The tight race raised the prospect of the coalition forming a minority government. The conservatives became a rare minority government after they dumped Malcolm Turnbull as prime minister for Morrison in an internal power struggle last August. The government then lost two seats and its single-seat majority as part of the blood-letting that followed.

    An unpopular single-term Labor government that was voted out in 2013 had been the only previous minority government since World War II.

    Opinion polls prior to Saturday's election had suggested that the coalition would lose and that Morrison would have had one of the shortest tenures as prime minister in the 118-year history of the Australian federation.

    Morrison had focused his campaigning on polling that showed while Labor was more popular than the government, the prime minister was more popular than Shorten.

    There was so much public confidence of a Labor victory that Australian online bookmaker Sportsbet paid out 1.3 million Australian dollars ($900,000) to bettors who backed Labor two days before the election. Sportsbet said 70% of wagers had been placed on Labor at odds of $1.16.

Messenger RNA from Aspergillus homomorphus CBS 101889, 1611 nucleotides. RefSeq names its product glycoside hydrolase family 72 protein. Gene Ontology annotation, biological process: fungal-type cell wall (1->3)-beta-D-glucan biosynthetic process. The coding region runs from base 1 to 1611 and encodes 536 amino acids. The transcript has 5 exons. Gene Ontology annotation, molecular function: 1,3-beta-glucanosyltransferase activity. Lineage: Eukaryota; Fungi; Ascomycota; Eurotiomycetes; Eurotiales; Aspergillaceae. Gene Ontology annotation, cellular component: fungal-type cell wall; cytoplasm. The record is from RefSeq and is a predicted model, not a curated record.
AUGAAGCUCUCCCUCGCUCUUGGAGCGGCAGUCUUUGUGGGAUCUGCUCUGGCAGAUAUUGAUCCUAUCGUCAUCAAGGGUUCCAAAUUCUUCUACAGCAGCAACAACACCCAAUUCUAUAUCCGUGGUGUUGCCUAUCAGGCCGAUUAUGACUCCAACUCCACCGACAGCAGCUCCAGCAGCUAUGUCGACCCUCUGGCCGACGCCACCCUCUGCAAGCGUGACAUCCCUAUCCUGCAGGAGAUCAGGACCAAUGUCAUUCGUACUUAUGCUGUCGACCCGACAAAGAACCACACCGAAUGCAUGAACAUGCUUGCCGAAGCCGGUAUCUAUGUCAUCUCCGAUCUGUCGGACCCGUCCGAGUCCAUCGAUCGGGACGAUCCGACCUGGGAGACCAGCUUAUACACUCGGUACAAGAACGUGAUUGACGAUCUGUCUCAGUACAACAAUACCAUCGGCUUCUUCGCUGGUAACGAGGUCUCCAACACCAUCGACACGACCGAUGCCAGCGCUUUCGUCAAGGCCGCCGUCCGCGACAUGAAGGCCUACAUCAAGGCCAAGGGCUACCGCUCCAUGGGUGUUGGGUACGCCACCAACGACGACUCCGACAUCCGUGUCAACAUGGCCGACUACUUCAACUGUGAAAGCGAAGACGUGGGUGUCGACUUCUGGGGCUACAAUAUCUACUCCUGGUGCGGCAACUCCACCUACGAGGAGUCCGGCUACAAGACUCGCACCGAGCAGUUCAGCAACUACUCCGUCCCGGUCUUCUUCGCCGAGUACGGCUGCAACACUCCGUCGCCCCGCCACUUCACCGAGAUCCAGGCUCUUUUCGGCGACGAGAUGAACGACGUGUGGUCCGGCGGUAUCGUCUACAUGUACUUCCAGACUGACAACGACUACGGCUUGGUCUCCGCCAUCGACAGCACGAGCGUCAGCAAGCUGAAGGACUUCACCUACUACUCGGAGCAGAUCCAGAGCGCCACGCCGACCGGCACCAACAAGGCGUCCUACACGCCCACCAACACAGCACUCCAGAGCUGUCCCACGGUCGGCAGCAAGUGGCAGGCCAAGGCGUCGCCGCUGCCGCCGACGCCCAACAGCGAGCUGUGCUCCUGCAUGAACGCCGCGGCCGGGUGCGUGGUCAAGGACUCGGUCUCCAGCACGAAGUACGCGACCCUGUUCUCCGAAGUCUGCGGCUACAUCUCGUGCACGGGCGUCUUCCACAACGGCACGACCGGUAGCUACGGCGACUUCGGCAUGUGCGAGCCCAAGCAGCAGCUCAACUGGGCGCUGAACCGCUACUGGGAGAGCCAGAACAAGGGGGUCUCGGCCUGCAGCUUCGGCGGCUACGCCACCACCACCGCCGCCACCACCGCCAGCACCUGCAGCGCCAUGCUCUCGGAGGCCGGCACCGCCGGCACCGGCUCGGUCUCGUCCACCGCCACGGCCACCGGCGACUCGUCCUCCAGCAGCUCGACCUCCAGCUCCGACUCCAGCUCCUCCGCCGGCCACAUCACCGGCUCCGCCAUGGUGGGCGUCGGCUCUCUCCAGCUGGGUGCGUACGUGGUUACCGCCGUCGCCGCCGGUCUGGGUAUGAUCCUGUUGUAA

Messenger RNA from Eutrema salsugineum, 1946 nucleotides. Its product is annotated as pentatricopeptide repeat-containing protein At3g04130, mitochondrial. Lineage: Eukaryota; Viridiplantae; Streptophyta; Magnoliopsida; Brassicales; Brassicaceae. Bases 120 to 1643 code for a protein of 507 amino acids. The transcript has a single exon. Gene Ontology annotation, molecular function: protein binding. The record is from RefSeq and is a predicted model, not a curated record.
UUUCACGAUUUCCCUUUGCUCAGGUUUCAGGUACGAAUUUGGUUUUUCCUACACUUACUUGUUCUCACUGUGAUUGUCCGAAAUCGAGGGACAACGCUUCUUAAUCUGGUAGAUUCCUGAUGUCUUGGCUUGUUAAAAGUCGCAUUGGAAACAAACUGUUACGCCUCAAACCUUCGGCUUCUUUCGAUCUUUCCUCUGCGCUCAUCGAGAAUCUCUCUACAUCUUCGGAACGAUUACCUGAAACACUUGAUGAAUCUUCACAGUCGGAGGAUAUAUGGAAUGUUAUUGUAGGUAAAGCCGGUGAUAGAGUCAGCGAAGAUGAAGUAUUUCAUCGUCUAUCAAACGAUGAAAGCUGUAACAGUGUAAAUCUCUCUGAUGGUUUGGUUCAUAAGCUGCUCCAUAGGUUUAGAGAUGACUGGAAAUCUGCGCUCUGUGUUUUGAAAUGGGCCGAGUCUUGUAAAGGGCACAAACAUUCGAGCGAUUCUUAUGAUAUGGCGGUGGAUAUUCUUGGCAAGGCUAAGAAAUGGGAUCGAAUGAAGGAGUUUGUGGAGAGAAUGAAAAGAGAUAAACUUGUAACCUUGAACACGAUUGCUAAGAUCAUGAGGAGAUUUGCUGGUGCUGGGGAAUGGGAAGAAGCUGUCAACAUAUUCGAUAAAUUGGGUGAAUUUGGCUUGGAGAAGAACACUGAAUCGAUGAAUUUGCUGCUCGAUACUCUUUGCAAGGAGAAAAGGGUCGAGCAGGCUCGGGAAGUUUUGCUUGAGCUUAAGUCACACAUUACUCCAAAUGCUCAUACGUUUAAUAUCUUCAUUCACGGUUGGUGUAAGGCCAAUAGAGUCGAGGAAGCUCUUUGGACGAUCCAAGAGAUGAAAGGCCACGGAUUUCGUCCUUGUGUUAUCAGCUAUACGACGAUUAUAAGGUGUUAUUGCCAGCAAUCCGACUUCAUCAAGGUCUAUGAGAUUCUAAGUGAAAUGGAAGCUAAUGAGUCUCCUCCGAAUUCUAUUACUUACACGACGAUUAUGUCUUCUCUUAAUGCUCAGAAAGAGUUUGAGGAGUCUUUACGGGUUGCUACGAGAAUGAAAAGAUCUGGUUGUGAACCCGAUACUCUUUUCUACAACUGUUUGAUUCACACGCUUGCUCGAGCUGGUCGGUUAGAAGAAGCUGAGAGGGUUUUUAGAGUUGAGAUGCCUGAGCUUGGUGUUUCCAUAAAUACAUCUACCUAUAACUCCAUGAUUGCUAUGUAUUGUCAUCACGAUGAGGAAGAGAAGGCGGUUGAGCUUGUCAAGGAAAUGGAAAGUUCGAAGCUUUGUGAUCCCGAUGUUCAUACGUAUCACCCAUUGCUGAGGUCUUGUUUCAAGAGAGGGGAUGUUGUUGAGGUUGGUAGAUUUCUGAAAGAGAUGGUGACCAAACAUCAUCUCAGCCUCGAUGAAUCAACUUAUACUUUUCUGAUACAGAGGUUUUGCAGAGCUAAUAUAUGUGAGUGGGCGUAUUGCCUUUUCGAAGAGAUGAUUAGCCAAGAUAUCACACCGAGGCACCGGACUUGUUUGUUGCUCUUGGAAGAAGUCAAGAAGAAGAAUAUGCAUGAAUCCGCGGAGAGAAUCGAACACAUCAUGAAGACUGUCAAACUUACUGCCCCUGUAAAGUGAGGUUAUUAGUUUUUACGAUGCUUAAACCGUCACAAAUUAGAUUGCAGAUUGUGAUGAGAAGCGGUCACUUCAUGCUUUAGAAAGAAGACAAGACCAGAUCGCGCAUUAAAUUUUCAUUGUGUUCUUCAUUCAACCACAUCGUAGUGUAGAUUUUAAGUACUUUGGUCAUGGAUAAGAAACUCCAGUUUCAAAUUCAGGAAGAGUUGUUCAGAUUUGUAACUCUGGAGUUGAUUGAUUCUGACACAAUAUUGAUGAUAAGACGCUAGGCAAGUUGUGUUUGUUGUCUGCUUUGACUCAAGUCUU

Another betting agency, Ladbrokes, said it had accepted a record AU$1 million wager on Labor.

    Shorten, who campaigned heavily on reducing greenhouse gas emissions, said Saturday morning that he was confident Labor would win, but Morrison would not be drawn on a prediction.

    Morrison is the conservatives' third prime minister since they were elected in 2013.

    Tony Abbott, who became the first of those three prime ministers in the 2013 election, conceded defeat in the Sydney seat he has held since 1994.

    US Blames Iran for Attacks to Oil Tankers

    [NATL] U.S. Blames Iran for Attacks to Oil Tankers

    Tensions intensified this week after the U.S. blamed Iran for a suspected attack on oil tankers, one of which was set ablaze, near the strategic Strait of Hormuz.

    (Published Thursday, June 13, 2019)

    Polling suggests climate change was a major issue in that seat for voters, who instead elected an independent candidate, Zali Steggall. As prime minister in 2014, Abbott repealed a carbon tax introduced by a Labor government. Abbott was replaced by Turnbull the next year because of poor opinion polling, but he remained a government lawmaker.

    A maverick senator who blamed the slaughter of 51 worshippers in two New Zealand mosques on the country's immigration policies also lost his bid for election.

    Fraser Anning was the target of widespread condemnation for railing against Muslim immigration within hours of the mass shootings in the New Zealand city of Christchurch in March. He faced more criticism later for physically striking a teenage protester who cracked a raw egg on his head and was censured by the Senate.